Find M3s in rows 3 through 5 (these don’t circulate), and row 27ish? and 28ish? 29ish? (these do circulate! Some have parts and you can perform from them!)

What do collected works editions look like?

Example of a collected works edition:
 


Liszt, Franz. Grosses Konzertsolo; Sonate; Fantasie und Fuge über das Thema B-A-C-H; Präludium und Fuge über das Motiv B-a-c-h. Edited by Antal Boronkay. Series 1, vol. 5 of Franz Liszt, Neue Ausgabe sämtlicher Werke, compiled by Zoltán Gárdonyi and István Szelényi. Kassel: Bärenreiter, 1983.


Want to see more examples? Check out several other examples of M3 editions in this Google Drive folder.

Tips for finding collected/complete works editions (M3s)

  • Sometimes it hard to find individual pieces in M3 editions; this is because:
    • Their Libraries catalog records may not include the contents for each volume of these large sets
    • Individual volumes often don’t include tables of contents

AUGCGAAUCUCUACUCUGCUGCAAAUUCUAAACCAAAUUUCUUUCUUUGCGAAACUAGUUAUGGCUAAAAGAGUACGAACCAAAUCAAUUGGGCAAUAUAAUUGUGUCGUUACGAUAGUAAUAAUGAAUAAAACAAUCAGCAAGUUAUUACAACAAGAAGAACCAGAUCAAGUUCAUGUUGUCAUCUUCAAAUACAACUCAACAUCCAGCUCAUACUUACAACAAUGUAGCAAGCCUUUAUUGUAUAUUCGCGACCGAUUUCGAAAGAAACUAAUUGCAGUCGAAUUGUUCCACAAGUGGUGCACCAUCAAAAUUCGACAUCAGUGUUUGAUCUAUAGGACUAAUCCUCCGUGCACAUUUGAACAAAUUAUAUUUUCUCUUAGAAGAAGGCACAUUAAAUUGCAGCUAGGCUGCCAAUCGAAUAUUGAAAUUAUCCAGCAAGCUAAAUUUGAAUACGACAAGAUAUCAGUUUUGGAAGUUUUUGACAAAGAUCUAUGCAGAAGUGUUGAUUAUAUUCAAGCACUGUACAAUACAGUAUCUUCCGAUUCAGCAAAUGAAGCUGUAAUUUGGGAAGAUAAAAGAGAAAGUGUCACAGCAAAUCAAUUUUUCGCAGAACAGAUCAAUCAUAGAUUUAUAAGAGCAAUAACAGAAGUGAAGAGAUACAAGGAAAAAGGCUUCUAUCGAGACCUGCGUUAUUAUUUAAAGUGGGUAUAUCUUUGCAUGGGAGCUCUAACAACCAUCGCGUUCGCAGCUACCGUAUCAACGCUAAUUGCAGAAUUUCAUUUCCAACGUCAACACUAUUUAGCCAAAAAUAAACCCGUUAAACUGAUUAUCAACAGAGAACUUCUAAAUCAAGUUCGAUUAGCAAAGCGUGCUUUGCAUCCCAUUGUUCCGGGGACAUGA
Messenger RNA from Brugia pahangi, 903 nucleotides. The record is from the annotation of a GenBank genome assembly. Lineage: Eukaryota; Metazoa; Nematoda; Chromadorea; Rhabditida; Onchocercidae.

• These editions are frequently in German, French, or Italian
       
  • There may be more than one complete/collected works edition (an “old” and a “new”)

  • These editions may not include every piece, including those that were discovered after the edition’s publication or arrangements

  • Composers with smaller outputs might be included in an M2 edition instead of getting their own complete/collected works edition

  • Remember: Not all composers have a collected works edition (M3)! Some wrote works that are still protected by copyright, others have editions that are currently in progress, and some just don’t have one. Others, who have smaller outputs, might be included in an M2.
     
  • Search strategy 1: Check the Grove/Oxford Music Online works list: Look at the Grove/Oxford Music Online entry for the composer and scroll down to works; if they have a collected works edition (Or more than one! Or their music is included in an M2!), it will be listed there. TIP: Some Grove works lists include information about exactly where the piece is located in the collected works edition. Some list only the series number, while others list the series, volume, and page!